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“In difficulty”, the private hospital sector is demanding a 10% increase in its resources

Private health establishments, hit by inflation and a “never before seen” deficit, are demanding a 10% increase in their resources, that is to say in their prices set annually by the State, argued Wednesday the Federation of Private Hospitalization (FHP).

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“In difficulty”, the private hospital sector is demanding a 10% increase in its resources

Private health establishments, hit by inflation and a “never before seen” deficit, are demanding a 10% increase in their resources, that is to say in their prices set annually by the State, argued Wednesday the Federation of Private Hospitalization (FHP). The government must unveil by mid-April at the latest the evolution for 2024 of clinic prices, which are strictly regulated.

Hospitals in all sectors (public, private, private non-profit, cancer centers, home hospitalization) have suffered greatly from inflation in 2023, and estimate that 1.5 billion euros were missing from the hospital budget. Social security to compensate for this price increase. Increase in energy, laundry contracts, catering...

At the end of 2023, around 40% of private health establishments were in deficit and “if we stay within what is programmed” in the Social Security budget for 2024, “53% will be in deficit” at the end of the year, warned during a press conference the president of the FHP, Lamine Gharbi. Among the most deficit services are emergency rooms and maternity wards, which play an important role “for access to care”, he stressed.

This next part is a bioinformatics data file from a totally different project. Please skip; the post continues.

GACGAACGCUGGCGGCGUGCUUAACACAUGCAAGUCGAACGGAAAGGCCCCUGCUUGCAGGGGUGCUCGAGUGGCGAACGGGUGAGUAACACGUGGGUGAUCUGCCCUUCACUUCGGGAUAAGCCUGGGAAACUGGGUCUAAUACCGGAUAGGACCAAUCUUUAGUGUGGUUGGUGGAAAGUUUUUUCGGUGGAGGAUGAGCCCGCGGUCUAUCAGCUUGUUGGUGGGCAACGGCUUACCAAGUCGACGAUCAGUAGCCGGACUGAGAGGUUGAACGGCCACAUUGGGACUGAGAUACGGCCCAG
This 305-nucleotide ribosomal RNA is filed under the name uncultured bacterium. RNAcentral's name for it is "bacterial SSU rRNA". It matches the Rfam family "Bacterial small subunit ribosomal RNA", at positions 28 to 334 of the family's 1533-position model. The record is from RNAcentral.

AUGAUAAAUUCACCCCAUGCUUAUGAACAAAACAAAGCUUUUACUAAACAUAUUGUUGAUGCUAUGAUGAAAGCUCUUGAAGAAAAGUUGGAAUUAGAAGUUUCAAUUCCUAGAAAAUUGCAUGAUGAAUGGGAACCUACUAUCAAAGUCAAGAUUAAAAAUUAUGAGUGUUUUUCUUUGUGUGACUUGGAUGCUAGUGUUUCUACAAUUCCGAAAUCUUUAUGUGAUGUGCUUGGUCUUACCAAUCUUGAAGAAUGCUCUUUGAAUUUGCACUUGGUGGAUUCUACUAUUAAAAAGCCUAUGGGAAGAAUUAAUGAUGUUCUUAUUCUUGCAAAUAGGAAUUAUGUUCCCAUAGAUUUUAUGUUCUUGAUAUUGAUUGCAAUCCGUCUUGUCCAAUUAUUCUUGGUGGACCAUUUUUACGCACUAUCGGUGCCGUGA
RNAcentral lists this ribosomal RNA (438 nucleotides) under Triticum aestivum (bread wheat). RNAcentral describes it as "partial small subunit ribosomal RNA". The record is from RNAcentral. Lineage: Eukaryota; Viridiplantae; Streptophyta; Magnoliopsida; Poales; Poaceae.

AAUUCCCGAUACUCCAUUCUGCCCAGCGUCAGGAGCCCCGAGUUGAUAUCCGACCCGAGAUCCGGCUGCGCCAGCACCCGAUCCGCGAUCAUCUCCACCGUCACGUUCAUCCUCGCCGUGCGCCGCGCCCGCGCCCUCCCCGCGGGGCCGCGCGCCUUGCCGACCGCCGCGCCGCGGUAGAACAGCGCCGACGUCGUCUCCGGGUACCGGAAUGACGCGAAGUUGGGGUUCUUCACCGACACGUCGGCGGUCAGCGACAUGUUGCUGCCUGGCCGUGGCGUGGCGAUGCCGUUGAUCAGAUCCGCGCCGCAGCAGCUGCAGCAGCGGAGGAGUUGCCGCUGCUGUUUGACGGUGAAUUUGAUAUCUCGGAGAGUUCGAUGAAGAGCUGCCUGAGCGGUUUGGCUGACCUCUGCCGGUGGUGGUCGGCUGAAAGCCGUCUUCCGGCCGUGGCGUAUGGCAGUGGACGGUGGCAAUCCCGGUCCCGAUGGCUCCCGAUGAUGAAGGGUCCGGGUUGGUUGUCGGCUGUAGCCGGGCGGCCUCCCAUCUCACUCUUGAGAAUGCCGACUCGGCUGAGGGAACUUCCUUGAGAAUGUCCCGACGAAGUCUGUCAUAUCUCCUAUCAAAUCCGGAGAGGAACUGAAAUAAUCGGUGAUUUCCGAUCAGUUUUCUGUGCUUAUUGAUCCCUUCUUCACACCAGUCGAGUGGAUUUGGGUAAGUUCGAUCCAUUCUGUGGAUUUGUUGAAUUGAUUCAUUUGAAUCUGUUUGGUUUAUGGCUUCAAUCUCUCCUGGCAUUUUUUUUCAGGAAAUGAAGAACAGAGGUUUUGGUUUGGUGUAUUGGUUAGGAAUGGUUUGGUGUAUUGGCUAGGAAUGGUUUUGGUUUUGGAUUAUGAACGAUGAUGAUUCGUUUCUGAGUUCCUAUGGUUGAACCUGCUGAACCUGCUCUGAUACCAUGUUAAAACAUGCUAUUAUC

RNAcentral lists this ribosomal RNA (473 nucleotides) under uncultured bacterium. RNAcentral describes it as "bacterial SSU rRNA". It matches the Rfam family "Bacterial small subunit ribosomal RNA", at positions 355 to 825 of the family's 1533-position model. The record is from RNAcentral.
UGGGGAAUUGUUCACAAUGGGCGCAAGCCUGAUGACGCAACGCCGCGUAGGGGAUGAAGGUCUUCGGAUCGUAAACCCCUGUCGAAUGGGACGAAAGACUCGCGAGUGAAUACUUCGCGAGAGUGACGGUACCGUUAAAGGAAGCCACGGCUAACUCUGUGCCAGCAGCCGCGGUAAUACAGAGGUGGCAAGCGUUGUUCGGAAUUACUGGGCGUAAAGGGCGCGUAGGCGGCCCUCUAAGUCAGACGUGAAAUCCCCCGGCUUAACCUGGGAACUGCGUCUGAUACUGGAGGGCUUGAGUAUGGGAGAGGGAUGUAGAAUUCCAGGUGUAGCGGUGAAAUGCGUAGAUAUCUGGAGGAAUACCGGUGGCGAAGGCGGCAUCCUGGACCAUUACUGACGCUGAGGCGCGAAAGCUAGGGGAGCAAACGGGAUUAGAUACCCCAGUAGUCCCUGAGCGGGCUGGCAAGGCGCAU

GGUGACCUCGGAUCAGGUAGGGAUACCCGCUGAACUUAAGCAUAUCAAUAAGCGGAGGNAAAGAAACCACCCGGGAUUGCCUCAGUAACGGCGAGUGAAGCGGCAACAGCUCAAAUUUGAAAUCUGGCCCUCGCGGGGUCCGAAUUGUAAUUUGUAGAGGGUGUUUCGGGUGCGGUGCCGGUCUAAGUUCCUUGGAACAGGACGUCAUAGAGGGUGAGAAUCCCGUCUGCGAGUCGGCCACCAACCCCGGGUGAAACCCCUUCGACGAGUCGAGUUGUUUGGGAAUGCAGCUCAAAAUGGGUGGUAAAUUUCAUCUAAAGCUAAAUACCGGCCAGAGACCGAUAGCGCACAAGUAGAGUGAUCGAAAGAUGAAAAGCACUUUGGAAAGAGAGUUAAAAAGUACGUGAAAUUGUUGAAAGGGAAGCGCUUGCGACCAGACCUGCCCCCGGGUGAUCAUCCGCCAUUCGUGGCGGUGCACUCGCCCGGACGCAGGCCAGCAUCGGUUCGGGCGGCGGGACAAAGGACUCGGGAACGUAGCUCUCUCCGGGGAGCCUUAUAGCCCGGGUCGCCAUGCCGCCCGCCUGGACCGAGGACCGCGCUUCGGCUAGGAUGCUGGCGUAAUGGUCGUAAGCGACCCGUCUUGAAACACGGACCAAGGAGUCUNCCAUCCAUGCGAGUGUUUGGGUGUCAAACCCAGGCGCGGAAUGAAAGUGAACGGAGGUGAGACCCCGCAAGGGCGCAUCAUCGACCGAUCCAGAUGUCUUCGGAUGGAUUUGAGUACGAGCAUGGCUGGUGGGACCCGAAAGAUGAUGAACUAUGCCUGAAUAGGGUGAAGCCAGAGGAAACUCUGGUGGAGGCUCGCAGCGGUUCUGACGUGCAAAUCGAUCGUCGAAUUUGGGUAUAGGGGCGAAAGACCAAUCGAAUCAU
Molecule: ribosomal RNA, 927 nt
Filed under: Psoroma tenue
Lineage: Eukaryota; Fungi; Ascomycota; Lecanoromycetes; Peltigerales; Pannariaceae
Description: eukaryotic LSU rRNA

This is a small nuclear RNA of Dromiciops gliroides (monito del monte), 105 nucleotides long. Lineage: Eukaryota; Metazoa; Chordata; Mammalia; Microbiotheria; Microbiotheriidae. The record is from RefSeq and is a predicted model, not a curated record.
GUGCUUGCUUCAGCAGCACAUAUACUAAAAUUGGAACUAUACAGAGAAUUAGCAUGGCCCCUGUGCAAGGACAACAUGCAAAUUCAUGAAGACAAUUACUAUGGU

Also read: Sébastien Proto: “Without compensation for inflation, private hospitals risk having to stop certain activities”

The national health insurance spending objective (Ondam) planned for 2024 “is disingenuous” and must be revised, he argued. The current Ondam only allows a 3.2% increase in prices for medicine, surgery and obstetrics, while private hospitals “need a 10% increase” to finance in particular the increase in costs and apply the same salary increases (in particular for night and weekend shifts) than the public sector, he specified. He also denounced a “treatment dichotomy” between public and private.

On February 16, the government announced that it would release “exceptional aid” of 500 million euros to “support” establishments whose activity has progressed but whose financial health has deteriorated. “The distribution is totally inequitable: 15% for the private sector, 15% for the non-profit private sector and 70% for the public,” lamented Mr. Gharbi. However, he said, “35% of hospital activity is carried out by the private sector for profit.”

He finally considered it “shocking” that the authorities returned to public hospitals 470 million euros of credits entered in the budget but not consumed in 2023, because for him this amounts to “financing those who do not work”. In this period of strained finances, he added, “we must move away from a short-term vision” and adopt “a multi-year programming law” which in the hospital world “has broad consensus”.

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